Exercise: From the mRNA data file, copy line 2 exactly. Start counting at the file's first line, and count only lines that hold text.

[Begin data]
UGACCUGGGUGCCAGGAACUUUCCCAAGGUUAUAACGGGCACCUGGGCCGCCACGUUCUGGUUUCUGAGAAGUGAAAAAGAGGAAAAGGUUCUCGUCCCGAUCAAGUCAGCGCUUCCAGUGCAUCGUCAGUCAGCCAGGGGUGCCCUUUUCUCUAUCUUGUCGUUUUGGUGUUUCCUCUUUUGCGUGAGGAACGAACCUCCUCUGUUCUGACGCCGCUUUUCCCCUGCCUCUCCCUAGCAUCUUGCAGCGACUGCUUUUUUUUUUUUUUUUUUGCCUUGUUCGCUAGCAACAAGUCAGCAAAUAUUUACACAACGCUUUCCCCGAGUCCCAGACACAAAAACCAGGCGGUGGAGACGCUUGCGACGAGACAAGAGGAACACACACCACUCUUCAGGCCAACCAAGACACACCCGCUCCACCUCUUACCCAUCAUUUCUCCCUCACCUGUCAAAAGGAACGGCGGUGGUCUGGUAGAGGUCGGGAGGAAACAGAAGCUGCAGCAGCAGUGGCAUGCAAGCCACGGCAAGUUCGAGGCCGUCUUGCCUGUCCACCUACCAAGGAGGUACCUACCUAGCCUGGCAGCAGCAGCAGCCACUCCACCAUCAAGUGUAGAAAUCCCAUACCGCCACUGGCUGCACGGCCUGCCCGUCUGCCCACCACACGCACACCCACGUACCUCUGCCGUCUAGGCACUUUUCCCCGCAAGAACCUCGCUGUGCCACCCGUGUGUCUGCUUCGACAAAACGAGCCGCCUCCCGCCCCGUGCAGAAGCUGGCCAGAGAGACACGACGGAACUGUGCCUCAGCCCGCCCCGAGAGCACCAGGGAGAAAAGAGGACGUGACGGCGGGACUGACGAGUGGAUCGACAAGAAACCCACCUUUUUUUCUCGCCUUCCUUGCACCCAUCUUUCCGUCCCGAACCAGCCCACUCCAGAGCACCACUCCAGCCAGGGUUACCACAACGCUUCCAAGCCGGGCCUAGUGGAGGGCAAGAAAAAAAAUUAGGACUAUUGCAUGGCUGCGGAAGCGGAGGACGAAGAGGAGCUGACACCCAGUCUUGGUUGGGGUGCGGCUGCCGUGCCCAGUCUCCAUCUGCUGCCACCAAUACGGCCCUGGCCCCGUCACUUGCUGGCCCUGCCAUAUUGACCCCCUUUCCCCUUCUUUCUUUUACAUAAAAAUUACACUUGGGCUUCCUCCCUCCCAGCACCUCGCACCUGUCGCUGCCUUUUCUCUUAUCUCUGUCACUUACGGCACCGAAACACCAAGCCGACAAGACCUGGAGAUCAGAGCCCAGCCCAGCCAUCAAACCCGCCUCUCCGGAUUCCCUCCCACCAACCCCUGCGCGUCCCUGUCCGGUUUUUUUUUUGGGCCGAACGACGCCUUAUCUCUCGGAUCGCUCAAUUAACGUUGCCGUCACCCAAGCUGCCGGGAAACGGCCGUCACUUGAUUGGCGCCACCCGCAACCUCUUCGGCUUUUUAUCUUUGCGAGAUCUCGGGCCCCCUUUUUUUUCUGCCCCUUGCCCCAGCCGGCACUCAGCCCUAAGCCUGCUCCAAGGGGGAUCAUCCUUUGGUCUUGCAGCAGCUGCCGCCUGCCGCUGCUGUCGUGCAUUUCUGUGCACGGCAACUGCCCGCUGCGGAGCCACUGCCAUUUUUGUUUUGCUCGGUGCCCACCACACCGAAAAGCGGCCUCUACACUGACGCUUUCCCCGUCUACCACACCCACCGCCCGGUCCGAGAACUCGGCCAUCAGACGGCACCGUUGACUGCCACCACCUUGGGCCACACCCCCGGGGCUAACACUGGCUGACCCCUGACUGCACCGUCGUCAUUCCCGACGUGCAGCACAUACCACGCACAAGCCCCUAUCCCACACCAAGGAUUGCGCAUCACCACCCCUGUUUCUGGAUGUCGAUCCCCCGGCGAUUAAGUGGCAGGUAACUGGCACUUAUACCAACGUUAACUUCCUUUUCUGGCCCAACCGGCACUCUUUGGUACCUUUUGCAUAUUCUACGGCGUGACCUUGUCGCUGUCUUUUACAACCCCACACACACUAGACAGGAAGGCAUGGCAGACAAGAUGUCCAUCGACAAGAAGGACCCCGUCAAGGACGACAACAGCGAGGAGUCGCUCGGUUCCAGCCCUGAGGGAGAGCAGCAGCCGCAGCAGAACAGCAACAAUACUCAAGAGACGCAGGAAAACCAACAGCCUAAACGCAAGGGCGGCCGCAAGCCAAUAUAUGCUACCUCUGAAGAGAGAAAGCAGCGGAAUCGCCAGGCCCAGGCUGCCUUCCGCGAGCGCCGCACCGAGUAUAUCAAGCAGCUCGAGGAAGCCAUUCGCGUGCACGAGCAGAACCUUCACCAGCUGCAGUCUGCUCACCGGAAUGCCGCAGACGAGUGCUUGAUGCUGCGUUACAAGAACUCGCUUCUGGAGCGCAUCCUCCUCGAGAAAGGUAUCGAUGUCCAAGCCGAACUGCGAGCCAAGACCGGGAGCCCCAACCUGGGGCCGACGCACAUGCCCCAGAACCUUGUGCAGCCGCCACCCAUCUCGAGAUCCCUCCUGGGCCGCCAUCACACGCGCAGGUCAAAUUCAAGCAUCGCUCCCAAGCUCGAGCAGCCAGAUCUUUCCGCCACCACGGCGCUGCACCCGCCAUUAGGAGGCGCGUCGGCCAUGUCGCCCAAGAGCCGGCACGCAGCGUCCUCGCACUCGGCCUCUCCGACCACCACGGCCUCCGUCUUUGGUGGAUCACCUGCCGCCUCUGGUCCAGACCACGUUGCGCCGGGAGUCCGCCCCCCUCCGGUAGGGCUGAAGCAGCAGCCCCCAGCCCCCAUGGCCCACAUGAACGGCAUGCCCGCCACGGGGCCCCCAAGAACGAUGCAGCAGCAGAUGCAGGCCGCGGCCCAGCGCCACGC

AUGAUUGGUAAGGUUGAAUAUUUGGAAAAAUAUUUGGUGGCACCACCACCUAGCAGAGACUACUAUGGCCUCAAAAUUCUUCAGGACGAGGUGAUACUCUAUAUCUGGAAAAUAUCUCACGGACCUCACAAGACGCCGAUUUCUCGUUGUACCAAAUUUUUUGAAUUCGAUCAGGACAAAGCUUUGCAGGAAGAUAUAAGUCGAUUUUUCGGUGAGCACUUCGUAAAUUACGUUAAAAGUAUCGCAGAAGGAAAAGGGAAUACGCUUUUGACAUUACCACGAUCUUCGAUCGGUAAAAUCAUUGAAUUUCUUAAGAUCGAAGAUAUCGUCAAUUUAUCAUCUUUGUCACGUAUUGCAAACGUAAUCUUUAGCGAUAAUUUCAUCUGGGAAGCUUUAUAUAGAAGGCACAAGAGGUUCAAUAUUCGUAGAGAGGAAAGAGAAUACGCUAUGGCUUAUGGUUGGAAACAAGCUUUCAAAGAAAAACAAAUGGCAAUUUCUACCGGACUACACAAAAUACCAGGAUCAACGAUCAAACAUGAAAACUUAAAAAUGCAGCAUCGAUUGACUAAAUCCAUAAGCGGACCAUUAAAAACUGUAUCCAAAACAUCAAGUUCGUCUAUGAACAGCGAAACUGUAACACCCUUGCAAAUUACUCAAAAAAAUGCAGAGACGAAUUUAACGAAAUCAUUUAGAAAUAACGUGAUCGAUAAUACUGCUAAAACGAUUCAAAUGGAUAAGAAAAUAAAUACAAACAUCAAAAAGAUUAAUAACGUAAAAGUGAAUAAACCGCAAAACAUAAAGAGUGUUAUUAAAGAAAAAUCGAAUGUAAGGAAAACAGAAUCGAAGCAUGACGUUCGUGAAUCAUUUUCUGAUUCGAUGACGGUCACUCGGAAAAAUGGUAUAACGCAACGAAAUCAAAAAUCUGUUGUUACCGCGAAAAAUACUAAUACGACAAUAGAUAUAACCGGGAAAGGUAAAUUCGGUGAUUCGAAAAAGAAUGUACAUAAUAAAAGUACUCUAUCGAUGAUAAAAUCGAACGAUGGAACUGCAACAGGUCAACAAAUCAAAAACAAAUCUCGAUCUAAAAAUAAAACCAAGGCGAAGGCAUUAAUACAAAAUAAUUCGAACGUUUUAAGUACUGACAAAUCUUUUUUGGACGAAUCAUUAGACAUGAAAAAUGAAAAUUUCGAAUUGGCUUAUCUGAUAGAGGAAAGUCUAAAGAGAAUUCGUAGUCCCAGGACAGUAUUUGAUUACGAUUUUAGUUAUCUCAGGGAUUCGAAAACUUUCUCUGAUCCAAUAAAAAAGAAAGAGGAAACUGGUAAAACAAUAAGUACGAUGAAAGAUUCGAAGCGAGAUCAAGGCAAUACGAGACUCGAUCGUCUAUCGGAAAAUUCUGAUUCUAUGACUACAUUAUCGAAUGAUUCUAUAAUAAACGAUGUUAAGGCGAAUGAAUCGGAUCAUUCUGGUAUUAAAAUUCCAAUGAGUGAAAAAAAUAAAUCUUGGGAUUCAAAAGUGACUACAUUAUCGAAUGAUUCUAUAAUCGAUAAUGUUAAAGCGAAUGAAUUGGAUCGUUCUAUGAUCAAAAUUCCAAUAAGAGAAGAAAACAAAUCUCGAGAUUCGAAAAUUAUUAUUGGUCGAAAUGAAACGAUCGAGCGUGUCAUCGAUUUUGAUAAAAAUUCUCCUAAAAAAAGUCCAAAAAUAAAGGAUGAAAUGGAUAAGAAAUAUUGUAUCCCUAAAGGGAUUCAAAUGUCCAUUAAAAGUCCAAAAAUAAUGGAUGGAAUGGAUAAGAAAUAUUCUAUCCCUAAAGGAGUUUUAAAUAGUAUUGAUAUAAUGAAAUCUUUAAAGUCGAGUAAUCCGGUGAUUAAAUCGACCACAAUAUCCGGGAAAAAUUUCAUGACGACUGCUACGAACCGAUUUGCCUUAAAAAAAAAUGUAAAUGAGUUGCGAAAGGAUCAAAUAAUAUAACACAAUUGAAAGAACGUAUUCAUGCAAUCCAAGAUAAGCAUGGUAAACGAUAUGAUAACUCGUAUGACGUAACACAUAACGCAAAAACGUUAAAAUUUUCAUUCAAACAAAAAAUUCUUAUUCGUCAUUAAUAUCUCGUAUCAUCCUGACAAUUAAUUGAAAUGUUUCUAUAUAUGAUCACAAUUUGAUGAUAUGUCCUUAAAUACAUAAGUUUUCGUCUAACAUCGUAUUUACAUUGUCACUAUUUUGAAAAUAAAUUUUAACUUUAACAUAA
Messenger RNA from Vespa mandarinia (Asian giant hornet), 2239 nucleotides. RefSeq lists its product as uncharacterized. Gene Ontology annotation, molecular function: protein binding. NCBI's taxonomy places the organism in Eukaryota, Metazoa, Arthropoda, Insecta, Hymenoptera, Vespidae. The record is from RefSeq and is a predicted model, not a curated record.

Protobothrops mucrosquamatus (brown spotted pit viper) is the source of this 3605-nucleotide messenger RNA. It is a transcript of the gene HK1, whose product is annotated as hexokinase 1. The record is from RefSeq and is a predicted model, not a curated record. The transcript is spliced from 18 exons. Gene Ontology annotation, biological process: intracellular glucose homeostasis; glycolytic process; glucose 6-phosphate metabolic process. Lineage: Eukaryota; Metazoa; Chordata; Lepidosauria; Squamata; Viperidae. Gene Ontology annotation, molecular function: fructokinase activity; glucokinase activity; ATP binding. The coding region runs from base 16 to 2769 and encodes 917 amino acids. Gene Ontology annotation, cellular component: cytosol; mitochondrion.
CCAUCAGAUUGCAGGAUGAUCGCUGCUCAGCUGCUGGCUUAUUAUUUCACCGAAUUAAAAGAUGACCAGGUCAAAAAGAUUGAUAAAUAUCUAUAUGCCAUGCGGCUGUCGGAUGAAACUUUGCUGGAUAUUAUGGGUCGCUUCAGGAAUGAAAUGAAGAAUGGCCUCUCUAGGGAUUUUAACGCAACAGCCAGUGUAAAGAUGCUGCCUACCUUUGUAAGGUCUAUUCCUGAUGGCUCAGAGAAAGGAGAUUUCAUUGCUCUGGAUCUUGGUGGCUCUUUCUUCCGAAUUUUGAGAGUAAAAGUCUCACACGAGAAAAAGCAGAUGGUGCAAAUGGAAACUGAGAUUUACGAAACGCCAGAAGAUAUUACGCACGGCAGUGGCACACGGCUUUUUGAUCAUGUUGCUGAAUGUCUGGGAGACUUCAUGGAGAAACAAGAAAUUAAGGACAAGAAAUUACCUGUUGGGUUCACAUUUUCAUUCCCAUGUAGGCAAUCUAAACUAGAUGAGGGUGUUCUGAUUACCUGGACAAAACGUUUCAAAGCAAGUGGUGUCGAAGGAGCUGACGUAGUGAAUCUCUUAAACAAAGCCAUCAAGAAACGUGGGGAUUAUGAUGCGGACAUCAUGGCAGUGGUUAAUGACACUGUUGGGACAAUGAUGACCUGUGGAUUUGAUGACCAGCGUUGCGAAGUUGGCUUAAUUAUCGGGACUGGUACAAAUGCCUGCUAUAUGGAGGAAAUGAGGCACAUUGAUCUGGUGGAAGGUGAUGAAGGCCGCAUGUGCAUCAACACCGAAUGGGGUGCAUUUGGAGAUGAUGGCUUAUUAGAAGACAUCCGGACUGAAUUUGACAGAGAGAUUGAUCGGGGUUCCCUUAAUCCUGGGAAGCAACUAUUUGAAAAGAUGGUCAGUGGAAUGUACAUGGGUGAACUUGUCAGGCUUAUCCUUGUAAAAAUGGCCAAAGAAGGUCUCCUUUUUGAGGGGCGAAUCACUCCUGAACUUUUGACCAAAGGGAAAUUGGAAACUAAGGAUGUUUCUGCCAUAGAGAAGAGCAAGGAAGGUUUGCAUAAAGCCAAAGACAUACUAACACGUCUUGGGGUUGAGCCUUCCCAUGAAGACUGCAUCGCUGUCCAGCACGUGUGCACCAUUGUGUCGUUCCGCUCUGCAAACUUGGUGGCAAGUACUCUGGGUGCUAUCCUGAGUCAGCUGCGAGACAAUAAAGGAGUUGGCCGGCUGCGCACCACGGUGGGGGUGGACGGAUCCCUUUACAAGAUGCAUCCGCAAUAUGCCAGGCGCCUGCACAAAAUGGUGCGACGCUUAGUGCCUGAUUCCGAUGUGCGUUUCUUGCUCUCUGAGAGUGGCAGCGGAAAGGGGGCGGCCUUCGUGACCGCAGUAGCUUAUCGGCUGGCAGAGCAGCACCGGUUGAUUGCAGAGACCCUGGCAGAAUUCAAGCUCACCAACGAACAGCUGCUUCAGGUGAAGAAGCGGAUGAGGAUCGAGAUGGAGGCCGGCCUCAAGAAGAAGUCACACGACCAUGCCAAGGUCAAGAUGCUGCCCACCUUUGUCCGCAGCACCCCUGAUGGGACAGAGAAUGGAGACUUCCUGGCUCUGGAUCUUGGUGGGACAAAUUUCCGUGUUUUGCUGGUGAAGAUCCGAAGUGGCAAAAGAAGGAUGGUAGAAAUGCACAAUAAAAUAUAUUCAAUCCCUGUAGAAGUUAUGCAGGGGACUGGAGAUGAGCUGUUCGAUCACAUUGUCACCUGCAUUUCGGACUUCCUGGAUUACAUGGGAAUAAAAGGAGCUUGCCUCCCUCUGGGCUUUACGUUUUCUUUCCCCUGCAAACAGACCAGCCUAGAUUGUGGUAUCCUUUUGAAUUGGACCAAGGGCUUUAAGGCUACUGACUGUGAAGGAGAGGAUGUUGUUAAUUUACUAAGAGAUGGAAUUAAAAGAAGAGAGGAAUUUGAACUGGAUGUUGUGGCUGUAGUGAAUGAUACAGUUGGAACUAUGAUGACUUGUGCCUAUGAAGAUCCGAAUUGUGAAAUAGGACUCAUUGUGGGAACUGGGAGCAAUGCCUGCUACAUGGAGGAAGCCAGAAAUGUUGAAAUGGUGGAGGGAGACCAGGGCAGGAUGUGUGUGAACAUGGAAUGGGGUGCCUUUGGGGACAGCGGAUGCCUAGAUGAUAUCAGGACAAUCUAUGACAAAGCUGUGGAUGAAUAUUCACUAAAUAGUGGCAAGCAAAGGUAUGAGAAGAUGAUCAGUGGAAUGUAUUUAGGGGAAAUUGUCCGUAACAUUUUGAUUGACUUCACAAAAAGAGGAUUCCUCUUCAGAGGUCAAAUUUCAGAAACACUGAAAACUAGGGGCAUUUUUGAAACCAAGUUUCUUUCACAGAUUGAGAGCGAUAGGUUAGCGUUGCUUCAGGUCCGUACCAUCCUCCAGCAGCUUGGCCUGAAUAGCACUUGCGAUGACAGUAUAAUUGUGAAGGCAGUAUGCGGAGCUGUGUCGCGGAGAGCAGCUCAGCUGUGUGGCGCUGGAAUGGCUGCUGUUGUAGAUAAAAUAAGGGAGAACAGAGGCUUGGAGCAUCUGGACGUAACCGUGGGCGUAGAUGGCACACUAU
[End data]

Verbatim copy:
AUGAUUGGUAAGGUUGAAUAUUUGGAAAAAUAUUUGGUGGCACCACCACCUAGCAGAGACUACUAUGGCCUCAAAAUUCUUCAGGACGAGGUGAUACUCUAUAUCUGGAAAAUAUCUCACGGACCUCACAAGACGCCGAUUUCUCGUUGUACCAAAUUUUUUGAAUUCGAUCAGGACAAAGCUUUGCAGGAAGAUAUAAGUCGAUUUUUCGGUGAGCACUUCGUAAAUUACGUUAAAAGUAUCGCAGAAGGAAAAGGGAAUACGCUUUUGACAUUACCACGAUCUUCGAUCGGUAAAAUCAUUGAAUUUCUUAAGAUCGAAGAUAUCGUCAAUUUAUCAUCUUUGUCACGUAUUGCAAACGUAAUCUUUAGCGAUAAUUUCAUCUGGGAAGCUUUAUAUAGAAGGCACAAGAGGUUCAAUAUUCGUAGAGAGGAAAGAGAAUACGCUAUGGCUUAUGGUUGGAAACAAGCUUUCAAAGAAAAACAAAUGGCAAUUUCUACCGGACUACACAAAAUACCAGGAUCAACGAUCAAACAUGAAAACUUAAAAAUGCAGCAUCGAUUGACUAAAUCCAUAAGCGGACCAUUAAAAACUGUAUCCAAAACAUCAAGUUCGUCUAUGAACAGCGAAACUGUAACACCCUUGCAAAUUACUCAAAAAAAUGCAGAGACGAAUUUAACGAAAUCAUUUAGAAAUAACGUGAUCGAUAAUACUGCUAAAACGAUUCAAAUGGAUAAGAAAAUAAAUACAAACAUCAAAAAGAUUAAUAACGUAAAAGUGAAUAAACCGCAAAACAUAAAGAGUGUUAUUAAAGAAAAAUCGAAUGUAAGGAAAACAGAAUCGAAGCAUGACGUUCGUGAAUCAUUUUCUGAUUCGAUGACGGUCACUCGGAAAAAUGGUAUAACGCAACGAAAUCAAAAAUCUGUUGUUACCGCGAAAAAUACUAAUACGACAAUAGAUAUAACCGGGAAAGGUAAAUUCGGUGAUUCGAAAAAGAAUGUACAUAAUAAAAGUACUCUAUCGAUGAUAAAAUCGAACGAUGGAACUGCAACAGGUCAACAAAUCAAAAACAAAUCUCGAUCUAAAAAUAAAACCAAGGCGAAGGCAUUAAUACAAAAUAAUUCGAACGUUUUAAGUACUGACAAAUCUUUUUUGGACGAAUCAUUAGACAUGAAAAAUGAAAAUUUCGAAUUGGCUUAUCUGAUAGAGGAAAGUCUAAAGAGAAUUCGUAGUCCCAGGACAGUAUUUGAUUACGAUUUUAGUUAUCUCAGGGAUUCGAAAACUUUCUCUGAUCCAAUAAAAAAGAAAGAGGAAACUGGUAAAACAAUAAGUACGAUGAAAGAUUCGAAGCGAGAUCAAGGCAAUACGAGACUCGAUCGUCUAUCGGAAAAUUCUGAUUCUAUGACUACAUUAUCGAAUGAUUCUAUAAUAAACGAUGUUAAGGCGAAUGAAUCGGAUCAUUCUGGUAUUAAAAUUCCAAUGAGUGAAAAAAAUAAAUCUUGGGAUUCAAAAGUGACUACAUUAUCGAAUGAUUCUAUAAUCGAUAAUGUUAAAGCGAAUGAAUUGGAUCGUUCUAUGAUCAAAAUUCCAAUAAGAGAAGAAAACAAAUCUCGAGAUUCGAAAAUUAUUAUUGGUCGAAAUGAAACGAUCGAGCGUGUCAUCGAUUUUGAUAAAAAUUCUCCUAAAAAAAGUCCAAAAAUAAAGGAUGAAAUGGAUAAGAAAUAUUGUAUCCCUAAAGGGAUUCAAAUGUCCAUUAAAAGUCCAAAAAUAAUGGAUGGAAUGGAUAAGAAAUAUUCUAUCCCUAAAGGAGUUUUAAAUAGUAUUGAUAUAAUGAAAUCUUUAAAGUCGAGUAAUCCGGUGAUUAAAUCGACCACAAUAUCCGGGAAAAAUUUCAUGACGACUGCUACGAACCGAUUUGCCUUAAAAAAAAAUGUAAAUGAGUUGCGAAAGGAUCAAAUAAUAUAACACAAUUGAAAGAACGUAUUCAUGCAAUCCAAGAUAAGCAUGGUAAACGAUAUGAUAACUCGUAUGACGUAACACAUAACGCAAAAACGUUAAAAUUUUCAUUCAAACAAAAAAUUCUUAUUCGUCAUUAAUAUCUCGUAUCAUCCUGACAAUUAAUUGAAAUGUUUCUAUAUAUGAUCACAAUUUGAUGAUAUGUCCUUAAAUACAUAAGUUUUCGUCUAACAUCGUAUUUACAUUGUCACUAUUUUGAAAAUAAAUUUUAACUUUAACAUAA